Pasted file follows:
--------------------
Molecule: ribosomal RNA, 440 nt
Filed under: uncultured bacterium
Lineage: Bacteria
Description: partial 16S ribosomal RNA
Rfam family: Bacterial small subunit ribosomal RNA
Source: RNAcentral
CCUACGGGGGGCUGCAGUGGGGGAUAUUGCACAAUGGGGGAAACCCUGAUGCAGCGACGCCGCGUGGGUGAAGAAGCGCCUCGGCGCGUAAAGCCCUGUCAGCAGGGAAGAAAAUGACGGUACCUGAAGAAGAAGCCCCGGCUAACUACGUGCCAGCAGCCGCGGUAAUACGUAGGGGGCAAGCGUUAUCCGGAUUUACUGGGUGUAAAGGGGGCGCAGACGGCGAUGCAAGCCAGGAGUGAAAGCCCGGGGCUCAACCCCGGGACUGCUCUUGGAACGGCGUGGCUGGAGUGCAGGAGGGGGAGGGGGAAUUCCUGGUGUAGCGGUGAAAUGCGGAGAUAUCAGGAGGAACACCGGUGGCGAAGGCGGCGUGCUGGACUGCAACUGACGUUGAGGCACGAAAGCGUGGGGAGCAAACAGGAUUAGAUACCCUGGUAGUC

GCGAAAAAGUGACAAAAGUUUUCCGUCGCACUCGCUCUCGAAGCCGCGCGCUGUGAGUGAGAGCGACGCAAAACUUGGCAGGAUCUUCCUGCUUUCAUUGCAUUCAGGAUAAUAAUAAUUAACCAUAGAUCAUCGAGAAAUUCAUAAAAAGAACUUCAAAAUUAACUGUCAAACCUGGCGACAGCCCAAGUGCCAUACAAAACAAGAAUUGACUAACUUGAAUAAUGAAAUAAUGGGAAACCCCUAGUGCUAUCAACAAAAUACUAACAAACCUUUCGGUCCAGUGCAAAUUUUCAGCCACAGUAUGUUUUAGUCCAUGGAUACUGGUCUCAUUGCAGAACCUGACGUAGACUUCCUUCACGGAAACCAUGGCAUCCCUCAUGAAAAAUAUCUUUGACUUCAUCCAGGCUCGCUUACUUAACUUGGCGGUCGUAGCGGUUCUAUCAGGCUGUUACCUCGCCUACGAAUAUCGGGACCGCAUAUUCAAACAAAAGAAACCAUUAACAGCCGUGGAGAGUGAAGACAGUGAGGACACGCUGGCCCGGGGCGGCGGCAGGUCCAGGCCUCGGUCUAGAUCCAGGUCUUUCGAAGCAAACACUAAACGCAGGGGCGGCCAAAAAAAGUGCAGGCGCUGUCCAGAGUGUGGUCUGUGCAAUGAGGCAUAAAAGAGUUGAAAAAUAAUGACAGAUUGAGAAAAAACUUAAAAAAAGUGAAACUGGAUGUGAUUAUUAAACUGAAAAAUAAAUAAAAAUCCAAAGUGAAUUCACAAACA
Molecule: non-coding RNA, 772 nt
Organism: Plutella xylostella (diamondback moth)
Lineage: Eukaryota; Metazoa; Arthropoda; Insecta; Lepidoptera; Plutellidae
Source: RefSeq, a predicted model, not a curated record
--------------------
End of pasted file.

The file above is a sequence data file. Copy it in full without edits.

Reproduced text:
Molecule: ribosomal RNA, 440 nt
Filed under: uncultured bacterium
Lineage: Bacteria
Description: partial 16S ribosomal RNA
Rfam family: Bacterial small subunit ribosomal RNA
Source: RNAcentral
CCUACGGGGGGCUGCAGUGGGGGAUAUUGCACAAUGGGGGAAACCCUGAUGCAGCGACGCCGCGUGGGUGAAGAAGCGCCUCGGCGCGUAAAGCCCUGUCAGCAGGGAAGAAAAUGACGGUACCUGAAGAAGAAGCCCCGGCUAACUACGUGCCAGCAGCCGCGGUAAUACGUAGGGGGCAAGCGUUAUCCGGAUUUACUGGGUGUAAAGGGGGCGCAGACGGCGAUGCAAGCCAGGAGUGAAAGCCCGGGGCUCAACCCCGGGACUGCUCUUGGAACGGCGUGGCUGGAGUGCAGGAGGGGGAGGGGGAAUUCCUGGUGUAGCGGUGAAAUGCGGAGAUAUCAGGAGGAACACCGGUGGCGAAGGCGGCGUGCUGGACUGCAACUGACGUUGAGGCACGAAAGCGUGGGGAGCAAACAGGAUUAGAUACCCUGGUAGUC

GCGAAAAAGUGACAAAAGUUUUCCGUCGCACUCGCUCUCGAAGCCGCGCGCUGUGAGUGAGAGCGACGCAAAACUUGGCAGGAUCUUCCUGCUUUCAUUGCAUUCAGGAUAAUAAUAAUUAACCAUAGAUCAUCGAGAAAUUCAUAAAAAGAACUUCAAAAUUAACUGUCAAACCUGGCGACAGCCCAAGUGCCAUACAAAACAAGAAUUGACUAACUUGAAUAAUGAAAUAAUGGGAAACCCCUAGUGCUAUCAACAAAAUACUAACAAACCUUUCGGUCCAGUGCAAAUUUUCAGCCACAGUAUGUUUUAGUCCAUGGAUACUGGUCUCAUUGCAGAACCUGACGUAGACUUCCUUCACGGAAACCAUGGCAUCCCUCAUGAAAAAUAUCUUUGACUUCAUCCAGGCUCGCUUACUUAACUUGGCGGUCGUAGCGGUUCUAUCAGGCUGUUACCUCGCCUACGAAUAUCGGGACCGCAUAUUCAAACAAAAGAAACCAUUAACAGCCGUGGAGAGUGAAGACAGUGAGGACACGCUGGCCCGGGGCGGCGGCAGGUCCAGGCCUCGGUCUAGAUCCAGGUCUUUCGAAGCAAACACUAAACGCAGGGGCGGCCAAAAAAAGUGCAGGCGCUGUCCAGAGUGUGGUCUGUGCAAUGAGGCAUAAAAGAGUUGAAAAAUAAUGACAGAUUGAGAAAAAACUUAAAAAAAGUGAAACUGGAUGUGAUUAUUAAACUGAAAAAUAAAUAAAAAUCCAAAGUGAAUUCACAAACA
Molecule: non-coding RNA, 772 nt
Organism: Plutella xylostella (diamondback moth)
Lineage: Eukaryota; Metazoa; Arthropoda; Insecta; Lepidoptera; Plutellidae
Source: RefSeq, a predicted model, not a curated record